Whither, Wiranto?

The TNI chief will step down from the military soon to take up the revamped post of Coordinating Minister for Security and Political Affairs

THE Indonesian armed forces (TNI) will announce a reshuffle this week that will see a major revamp of the top brass.

The likely departure of military chief Gen Wiranto to take up the revamped Coordinating Minister for Security and Political Affairs post will pave the way for new blood to move up to the higher rungs of power.

For the first time in Indonesian military history, a naval admiral is likely to command the TNI’s 400,000 soldiers deployed across the sprawling archipelago.

Insiders said Admiral Widodo, now the deputy military commander, was expected to move up a notch for the coveted position.

The No 2 position could be filled by the Chief of General Staff Sugiyono.

Lieutenant-General Agus Widjoyo, the head of TNI’s Staff and Command College, said that eventually, TNI’s top post and deputyship would be rotated among the three services – navy, air force and army. The one-time powerful army will no longer be primus inter pares, in theory at least.

Jaded by its humiliating defeat in East Timor and its heavy-handed approach to quelling strife at home over the last year, the army is very much in the cold as it confronts the winds of reform blowing through Indonesia.

But despite reservations from the more conservative generals, the army appears to be taking things in its stride, even more so with its leading reformer, Lt-Gen Bambang Yudhoyono, being the frontrunner to replace Gen Subagyo Hadisiswoyo for the army chief’s post.

The 51-year-old US-trained general, who was born in central Java, is well-known at home and abroad for his strong intellectual bent.

Unlike many of his peers, who rose up the ranks on the coat tails of Mr Suharto, Lt-Gen Bambang has earned widespread respect among civilians and senior officers for “earning his spurs the hard and fair way”.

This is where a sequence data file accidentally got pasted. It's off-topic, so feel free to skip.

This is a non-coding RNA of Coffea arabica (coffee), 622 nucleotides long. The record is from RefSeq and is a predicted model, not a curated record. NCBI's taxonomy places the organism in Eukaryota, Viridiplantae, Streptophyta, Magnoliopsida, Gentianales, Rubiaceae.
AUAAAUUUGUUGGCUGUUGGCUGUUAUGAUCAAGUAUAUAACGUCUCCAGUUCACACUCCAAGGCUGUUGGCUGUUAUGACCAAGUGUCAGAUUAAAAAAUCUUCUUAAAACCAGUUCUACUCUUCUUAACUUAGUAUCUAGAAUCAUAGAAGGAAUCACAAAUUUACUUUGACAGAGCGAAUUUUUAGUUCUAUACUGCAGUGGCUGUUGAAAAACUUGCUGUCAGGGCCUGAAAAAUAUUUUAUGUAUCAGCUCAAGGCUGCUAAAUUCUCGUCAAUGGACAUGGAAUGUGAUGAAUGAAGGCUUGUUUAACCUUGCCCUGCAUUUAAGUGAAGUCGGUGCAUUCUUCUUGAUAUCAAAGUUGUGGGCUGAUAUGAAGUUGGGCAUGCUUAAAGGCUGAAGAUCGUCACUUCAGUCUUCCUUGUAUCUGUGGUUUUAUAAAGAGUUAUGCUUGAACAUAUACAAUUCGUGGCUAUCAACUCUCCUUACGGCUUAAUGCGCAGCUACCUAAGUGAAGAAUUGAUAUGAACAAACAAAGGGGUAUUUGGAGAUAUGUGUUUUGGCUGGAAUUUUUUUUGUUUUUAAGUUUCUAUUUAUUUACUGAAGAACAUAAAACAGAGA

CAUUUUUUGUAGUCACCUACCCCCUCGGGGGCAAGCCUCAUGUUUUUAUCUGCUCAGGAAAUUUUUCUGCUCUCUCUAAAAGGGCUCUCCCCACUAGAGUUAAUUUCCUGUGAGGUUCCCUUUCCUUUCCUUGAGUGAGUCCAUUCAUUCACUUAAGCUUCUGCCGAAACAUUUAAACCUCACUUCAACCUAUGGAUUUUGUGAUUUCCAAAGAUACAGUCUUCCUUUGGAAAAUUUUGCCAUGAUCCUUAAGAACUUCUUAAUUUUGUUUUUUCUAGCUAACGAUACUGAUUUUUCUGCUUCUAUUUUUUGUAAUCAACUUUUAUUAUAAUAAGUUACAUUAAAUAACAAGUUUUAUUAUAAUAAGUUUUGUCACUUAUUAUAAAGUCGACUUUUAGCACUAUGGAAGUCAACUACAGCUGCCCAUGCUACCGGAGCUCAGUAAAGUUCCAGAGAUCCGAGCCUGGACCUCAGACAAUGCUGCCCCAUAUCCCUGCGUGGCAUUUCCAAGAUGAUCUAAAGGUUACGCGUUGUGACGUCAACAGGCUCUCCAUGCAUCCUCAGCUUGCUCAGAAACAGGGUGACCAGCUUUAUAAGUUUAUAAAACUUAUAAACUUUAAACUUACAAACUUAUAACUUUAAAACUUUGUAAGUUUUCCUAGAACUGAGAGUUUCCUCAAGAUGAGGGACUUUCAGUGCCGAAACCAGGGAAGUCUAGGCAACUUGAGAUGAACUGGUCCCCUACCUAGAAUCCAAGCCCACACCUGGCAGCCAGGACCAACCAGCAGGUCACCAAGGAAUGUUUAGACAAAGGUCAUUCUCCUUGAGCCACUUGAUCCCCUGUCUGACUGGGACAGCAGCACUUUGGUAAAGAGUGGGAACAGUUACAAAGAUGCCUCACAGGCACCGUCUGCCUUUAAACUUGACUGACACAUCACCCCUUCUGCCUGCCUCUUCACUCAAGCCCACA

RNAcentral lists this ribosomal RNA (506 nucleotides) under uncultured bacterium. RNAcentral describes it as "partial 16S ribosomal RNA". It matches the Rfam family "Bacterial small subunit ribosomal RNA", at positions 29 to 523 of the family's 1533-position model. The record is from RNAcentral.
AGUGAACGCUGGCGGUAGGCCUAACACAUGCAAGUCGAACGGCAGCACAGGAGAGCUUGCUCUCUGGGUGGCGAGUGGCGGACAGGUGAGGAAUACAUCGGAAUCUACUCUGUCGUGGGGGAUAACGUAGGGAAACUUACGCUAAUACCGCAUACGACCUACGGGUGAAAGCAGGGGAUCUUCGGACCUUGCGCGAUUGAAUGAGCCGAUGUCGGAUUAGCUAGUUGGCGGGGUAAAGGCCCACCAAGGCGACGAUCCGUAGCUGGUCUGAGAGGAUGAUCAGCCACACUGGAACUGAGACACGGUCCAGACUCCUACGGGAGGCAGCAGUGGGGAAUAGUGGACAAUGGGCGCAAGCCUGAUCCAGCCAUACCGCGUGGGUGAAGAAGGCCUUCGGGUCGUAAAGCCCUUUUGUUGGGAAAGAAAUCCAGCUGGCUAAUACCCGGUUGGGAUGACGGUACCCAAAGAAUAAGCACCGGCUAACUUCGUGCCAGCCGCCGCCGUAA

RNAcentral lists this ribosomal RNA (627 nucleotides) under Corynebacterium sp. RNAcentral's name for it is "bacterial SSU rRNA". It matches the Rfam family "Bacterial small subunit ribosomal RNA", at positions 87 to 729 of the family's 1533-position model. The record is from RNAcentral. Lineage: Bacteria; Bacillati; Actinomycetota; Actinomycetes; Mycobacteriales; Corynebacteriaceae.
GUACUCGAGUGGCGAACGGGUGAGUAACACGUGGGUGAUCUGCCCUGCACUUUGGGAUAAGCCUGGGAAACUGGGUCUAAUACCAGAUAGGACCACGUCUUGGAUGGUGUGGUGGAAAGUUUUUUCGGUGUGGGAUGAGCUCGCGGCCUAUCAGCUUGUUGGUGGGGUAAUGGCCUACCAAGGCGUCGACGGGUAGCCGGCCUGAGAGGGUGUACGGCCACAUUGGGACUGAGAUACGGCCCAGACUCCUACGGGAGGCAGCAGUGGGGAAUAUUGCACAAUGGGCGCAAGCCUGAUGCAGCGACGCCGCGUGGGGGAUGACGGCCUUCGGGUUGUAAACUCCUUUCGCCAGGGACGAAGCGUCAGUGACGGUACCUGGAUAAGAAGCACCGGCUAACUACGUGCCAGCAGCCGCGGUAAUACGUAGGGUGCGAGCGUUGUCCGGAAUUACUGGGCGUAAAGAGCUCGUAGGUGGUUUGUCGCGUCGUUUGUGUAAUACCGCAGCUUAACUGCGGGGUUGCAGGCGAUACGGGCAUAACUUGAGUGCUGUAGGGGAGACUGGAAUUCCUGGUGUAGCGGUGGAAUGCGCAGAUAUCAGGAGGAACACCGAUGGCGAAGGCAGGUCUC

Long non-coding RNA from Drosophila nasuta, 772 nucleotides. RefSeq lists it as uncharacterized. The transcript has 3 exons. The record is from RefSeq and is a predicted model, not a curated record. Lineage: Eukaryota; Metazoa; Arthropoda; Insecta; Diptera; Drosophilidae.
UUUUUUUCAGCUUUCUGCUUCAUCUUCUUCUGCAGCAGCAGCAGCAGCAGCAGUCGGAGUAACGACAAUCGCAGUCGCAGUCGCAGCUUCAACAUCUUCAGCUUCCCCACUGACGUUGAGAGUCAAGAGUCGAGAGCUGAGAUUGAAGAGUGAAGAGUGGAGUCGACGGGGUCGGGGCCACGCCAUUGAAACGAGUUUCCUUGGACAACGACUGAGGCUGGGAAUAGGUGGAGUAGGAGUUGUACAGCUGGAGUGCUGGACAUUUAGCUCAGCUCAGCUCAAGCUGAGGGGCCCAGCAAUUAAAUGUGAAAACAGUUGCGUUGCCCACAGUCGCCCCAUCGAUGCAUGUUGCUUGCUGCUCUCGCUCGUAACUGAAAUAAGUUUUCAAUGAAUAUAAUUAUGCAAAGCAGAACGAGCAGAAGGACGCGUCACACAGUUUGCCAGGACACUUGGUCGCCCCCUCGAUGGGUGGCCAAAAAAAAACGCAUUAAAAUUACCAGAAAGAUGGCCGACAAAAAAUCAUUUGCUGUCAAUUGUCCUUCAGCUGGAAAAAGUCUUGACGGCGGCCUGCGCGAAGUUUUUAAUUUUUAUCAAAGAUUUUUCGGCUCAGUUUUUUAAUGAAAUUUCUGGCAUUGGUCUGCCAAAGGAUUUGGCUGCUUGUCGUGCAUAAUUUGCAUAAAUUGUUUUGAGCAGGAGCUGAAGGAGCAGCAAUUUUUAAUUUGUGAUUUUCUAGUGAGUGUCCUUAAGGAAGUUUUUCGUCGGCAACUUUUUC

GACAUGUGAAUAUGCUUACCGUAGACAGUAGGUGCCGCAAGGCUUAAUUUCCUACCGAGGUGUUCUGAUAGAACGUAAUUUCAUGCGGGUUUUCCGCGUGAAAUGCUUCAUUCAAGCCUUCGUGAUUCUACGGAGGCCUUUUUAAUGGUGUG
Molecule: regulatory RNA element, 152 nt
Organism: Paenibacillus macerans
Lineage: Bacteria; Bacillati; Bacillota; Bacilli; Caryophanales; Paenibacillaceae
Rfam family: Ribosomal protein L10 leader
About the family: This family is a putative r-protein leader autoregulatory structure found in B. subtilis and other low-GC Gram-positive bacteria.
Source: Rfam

He told The Straits Times in an interview last month that “the TNI will change to keep up with the new Indonesia”.

Sources said that another officer that could move up to fill any of the key positions in the military, including army chief, was Lt-Gen Tyasno Sudarto, who now heads the military intelligence agency.

Strong pressures to reform the military could also see the appointment of a civilian to head the Defence Ministry, another first for the military.

Professor Juwono Sudarsono, who served during the Suharto and Habibie administrations, was said to be favoured by several officers, given his links with the TNI.

Another candidate for the post is Lt-Gen Agum Gumelar, governor of the National Defence Institute, who was sidelined for years given his close links with then-opposition leader Megawati Sukarnoputri, now the Vice-President.

A military source said: “Most of the officers who are moving up represent a clean break from the past, untainted by the ‘sins’ of the New Order.

“What we are seeing today was unthinkable during the Suharto era. This is our first real attempt to withdraw from politics and concentrate on building up a professional force.”

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